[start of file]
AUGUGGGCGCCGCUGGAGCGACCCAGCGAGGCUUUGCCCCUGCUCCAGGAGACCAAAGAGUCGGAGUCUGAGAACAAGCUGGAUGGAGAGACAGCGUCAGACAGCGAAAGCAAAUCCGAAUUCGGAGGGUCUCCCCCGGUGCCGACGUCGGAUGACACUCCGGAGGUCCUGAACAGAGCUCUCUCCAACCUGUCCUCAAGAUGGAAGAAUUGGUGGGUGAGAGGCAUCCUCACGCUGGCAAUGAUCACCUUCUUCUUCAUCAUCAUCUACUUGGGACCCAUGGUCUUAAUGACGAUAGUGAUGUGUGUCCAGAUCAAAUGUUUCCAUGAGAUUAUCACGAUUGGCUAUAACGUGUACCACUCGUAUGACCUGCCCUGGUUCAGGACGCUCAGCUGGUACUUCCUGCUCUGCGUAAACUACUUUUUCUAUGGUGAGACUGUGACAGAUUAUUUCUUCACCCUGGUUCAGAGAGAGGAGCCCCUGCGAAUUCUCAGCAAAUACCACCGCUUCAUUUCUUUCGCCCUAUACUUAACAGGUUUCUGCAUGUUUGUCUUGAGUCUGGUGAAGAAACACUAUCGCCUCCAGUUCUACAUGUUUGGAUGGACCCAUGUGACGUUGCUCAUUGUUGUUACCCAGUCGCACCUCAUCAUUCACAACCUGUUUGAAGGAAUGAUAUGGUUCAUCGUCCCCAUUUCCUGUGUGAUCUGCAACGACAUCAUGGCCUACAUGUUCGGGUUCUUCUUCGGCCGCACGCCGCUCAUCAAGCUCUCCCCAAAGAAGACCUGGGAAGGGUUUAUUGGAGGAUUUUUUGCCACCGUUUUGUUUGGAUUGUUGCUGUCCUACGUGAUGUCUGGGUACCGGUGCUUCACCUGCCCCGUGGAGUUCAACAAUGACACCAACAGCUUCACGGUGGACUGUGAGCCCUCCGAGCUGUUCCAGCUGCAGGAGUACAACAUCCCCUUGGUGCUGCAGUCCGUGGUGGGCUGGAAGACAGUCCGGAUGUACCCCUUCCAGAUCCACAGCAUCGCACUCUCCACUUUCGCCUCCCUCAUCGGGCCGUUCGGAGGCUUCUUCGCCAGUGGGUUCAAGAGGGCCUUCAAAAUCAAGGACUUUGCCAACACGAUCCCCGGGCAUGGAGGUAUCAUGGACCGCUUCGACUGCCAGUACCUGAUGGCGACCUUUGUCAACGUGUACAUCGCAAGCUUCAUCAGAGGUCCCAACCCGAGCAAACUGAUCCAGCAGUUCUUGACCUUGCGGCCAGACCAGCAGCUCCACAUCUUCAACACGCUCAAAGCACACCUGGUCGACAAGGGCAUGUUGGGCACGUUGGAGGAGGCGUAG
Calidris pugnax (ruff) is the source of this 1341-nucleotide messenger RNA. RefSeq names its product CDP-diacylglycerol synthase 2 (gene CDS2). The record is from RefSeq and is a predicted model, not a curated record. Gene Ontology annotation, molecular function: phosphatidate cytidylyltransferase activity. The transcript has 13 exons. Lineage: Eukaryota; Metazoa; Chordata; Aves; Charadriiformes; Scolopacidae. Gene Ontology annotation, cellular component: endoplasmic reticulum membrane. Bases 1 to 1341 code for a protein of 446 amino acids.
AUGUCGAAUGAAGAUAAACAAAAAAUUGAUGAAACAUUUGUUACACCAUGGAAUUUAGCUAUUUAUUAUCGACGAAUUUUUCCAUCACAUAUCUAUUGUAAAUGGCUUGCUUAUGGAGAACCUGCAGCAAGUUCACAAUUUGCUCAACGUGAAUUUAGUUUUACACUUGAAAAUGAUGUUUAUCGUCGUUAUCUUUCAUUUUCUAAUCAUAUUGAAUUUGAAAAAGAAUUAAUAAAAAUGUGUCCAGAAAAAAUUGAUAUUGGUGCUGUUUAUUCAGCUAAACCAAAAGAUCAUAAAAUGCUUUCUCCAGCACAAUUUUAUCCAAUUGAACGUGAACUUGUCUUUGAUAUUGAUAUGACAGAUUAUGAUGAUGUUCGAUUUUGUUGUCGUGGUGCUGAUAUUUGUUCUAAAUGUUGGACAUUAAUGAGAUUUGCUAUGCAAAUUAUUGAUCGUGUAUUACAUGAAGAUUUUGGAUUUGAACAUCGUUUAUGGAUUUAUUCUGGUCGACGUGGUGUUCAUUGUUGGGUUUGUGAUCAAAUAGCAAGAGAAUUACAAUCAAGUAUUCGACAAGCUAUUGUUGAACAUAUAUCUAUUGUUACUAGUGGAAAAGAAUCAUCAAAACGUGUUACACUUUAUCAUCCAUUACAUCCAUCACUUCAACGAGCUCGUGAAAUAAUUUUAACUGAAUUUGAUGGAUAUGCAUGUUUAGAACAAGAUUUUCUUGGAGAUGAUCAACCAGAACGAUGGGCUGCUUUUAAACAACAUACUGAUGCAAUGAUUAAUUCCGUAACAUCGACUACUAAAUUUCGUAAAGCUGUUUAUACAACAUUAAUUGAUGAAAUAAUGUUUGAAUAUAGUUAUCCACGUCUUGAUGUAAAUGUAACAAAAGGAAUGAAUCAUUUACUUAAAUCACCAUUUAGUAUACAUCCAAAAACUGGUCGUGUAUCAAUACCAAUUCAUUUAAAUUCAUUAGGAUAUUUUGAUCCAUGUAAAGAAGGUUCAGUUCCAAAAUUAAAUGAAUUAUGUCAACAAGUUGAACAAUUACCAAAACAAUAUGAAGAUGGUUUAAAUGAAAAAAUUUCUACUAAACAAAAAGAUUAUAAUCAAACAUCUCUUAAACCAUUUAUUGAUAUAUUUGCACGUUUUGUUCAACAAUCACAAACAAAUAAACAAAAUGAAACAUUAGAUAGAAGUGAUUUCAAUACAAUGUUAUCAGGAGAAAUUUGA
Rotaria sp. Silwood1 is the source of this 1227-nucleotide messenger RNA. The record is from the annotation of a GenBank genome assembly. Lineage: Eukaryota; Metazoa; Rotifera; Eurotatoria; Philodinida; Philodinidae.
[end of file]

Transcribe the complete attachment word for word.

AUGUGGGCGCCGCUGGAGCGACCCAGCGAGGCUUUGCCCCUGCUCCAGGAGACCAAAGAGUCGGAGUCUGAGAACAAGCUGGAUGGAGAGACAGCGUCAGACAGCGAAAGCAAAUCCGAAUUCGGAGGGUCUCCCCCGGUGCCGACGUCGGAUGACACUCCGGAGGUCCUGAACAGAGCUCUCUCCAACCUGUCCUCAAGAUGGAAGAAUUGGUGGGUGAGAGGCAUCCUCACGCUGGCAAUGAUCACCUUCUUCUUCAUCAUCAUCUACUUGGGACCCAUGGUCUUAAUGACGAUAGUGAUGUGUGUCCAGAUCAAAUGUUUCCAUGAGAUUAUCACGAUUGGCUAUAACGUGUACCACUCGUAUGACCUGCCCUGGUUCAGGACGCUCAGCUGGUACUUCCUGCUCUGCGUAAACUACUUUUUCUAUGGUGAGACUGUGACAGAUUAUUUCUUCACCCUGGUUCAGAGAGAGGAGCCCCUGCGAAUUCUCAGCAAAUACCACCGCUUCAUUUCUUUCGCCCUAUACUUAACAGGUUUCUGCAUGUUUGUCUUGAGUCUGGUGAAGAAACACUAUCGCCUCCAGUUCUACAUGUUUGGAUGGACCCAUGUGACGUUGCUCAUUGUUGUUACCCAGUCGCACCUCAUCAUUCACAACCUGUUUGAAGGAAUGAUAUGGUUCAUCGUCCCCAUUUCCUGUGUGAUCUGCAACGACAUCAUGGCCUACAUGUUCGGGUUCUUCUUCGGCCGCACGCCGCUCAUCAAGCUCUCCCCAAAGAAGACCUGGGAAGGGUUUAUUGGAGGAUUUUUUGCCACCGUUUUGUUUGGAUUGUUGCUGUCCUACGUGAUGUCUGGGUACCGGUGCUUCACCUGCCCCGUGGAGUUCAACAAUGACACCAACAGCUUCACGGUGGACUGUGAGCCCUCCGAGCUGUUCCAGCUGCAGGAGUACAACAUCCCCUUGGUGCUGCAGUCCGUGGUGGGCUGGAAGACAGUCCGGAUGUACCCCUUCCAGAUCCACAGCAUCGCACUCUCCACUUUCGCCUCCCUCAUCGGGCCGUUCGGAGGCUUCUUCGCCAGUGGGUUCAAGAGGGCCUUCAAAAUCAAGGACUUUGCCAACACGAUCCCCGGGCAUGGAGGUAUCAUGGACCGCUUCGACUGCCAGUACCUGAUGGCGACCUUUGUCAACGUGUACAUCGCAAGCUUCAUCAGAGGUCCCAACCCGAGCAAACUGAUCCAGCAGUUCUUGACCUUGCGGCCAGACCAGCAGCUCCACAUCUUCAACACGCUCAAAGCACACCUGGUCGACAAGGGCAUGUUGGGCACGUUGGAGGAGGCGUAG
Calidris pugnax (ruff) is the source of this 1341-nucleotide messenger RNA. RefSeq names its product CDP-diacylglycerol synthase 2 (gene CDS2). The record is from RefSeq and is a predicted model, not a curated record. Gene Ontology annotation, molecular function: phosphatidate cytidylyltransferase activity. The transcript has 13 exons. Lineage: Eukaryota; Metazoa; Chordata; Aves; Charadriiformes; Scolopacidae. Gene Ontology annotation, cellular component: endoplasmic reticulum membrane. Bases 1 to 1341 code for a protein of 446 amino acids.
AUGUCGAAUGAAGAUAAACAAAAAAUUGAUGAAACAUUUGUUACACCAUGGAAUUUAGCUAUUUAUUAUCGACGAAUUUUUCCAUCACAUAUCUAUUGUAAAUGGCUUGCUUAUGGAGAACCUGCAGCAAGUUCACAAUUUGCUCAACGUGAAUUUAGUUUUACACUUGAAAAUGAUGUUUAUCGUCGUUAUCUUUCAUUUUCUAAUCAUAUUGAAUUUGAAAAAGAAUUAAUAAAAAUGUGUCCAGAAAAAAUUGAUAUUGGUGCUGUUUAUUCAGCUAAACCAAAAGAUCAUAAAAUGCUUUCUCCAGCACAAUUUUAUCCAAUUGAACGUGAACUUGUCUUUGAUAUUGAUAUGACAGAUUAUGAUGAUGUUCGAUUUUGUUGUCGUGGUGCUGAUAUUUGUUCUAAAUGUUGGACAUUAAUGAGAUUUGCUAUGCAAAUUAUUGAUCGUGUAUUACAUGAAGAUUUUGGAUUUGAACAUCGUUUAUGGAUUUAUUCUGGUCGACGUGGUGUUCAUUGUUGGGUUUGUGAUCAAAUAGCAAGAGAAUUACAAUCAAGUAUUCGACAAGCUAUUGUUGAACAUAUAUCUAUUGUUACUAGUGGAAAAGAAUCAUCAAAACGUGUUACACUUUAUCAUCCAUUACAUCCAUCACUUCAACGAGCUCGUGAAAUAAUUUUAACUGAAUUUGAUGGAUAUGCAUGUUUAGAACAAGAUUUUCUUGGAGAUGAUCAACCAGAACGAUGGGCUGCUUUUAAACAACAUACUGAUGCAAUGAUUAAUUCCGUAACAUCGACUACUAAAUUUCGUAAAGCUGUUUAUACAACAUUAAUUGAUGAAAUAAUGUUUGAAUAUAGUUAUCCACGUCUUGAUGUAAAUGUAACAAAAGGAAUGAAUCAUUUACUUAAAUCACCAUUUAGUAUACAUCCAAAAACUGGUCGUGUAUCAAUACCAAUUCAUUUAAAUUCAUUAGGAUAUUUUGAUCCAUGUAAAGAAGGUUCAGUUCCAAAAUUAAAUGAAUUAUGUCAACAAGUUGAACAAUUACCAAAACAAUAUGAAGAUGGUUUAAAUGAAAAAAUUUCUACUAAACAAAAAGAUUAUAAUCAAACAUCUCUUAAACCAUUUAUUGAUAUAUUUGCACGUUUUGUUCAACAAUCACAAACAAAUAAACAAAAUGAAACAUUAGAUAGAAGUGAUUUCAAUACAAUGUUAUCAGGAGAAAUUUGA
Rotaria sp. Silwood1 is the source of this 1227-nucleotide messenger RNA. The record is from the annotation of a GenBank genome assembly. Lineage: Eukaryota; Metazoa; Rotifera; Eurotatoria; Philodinida; Philodinidae.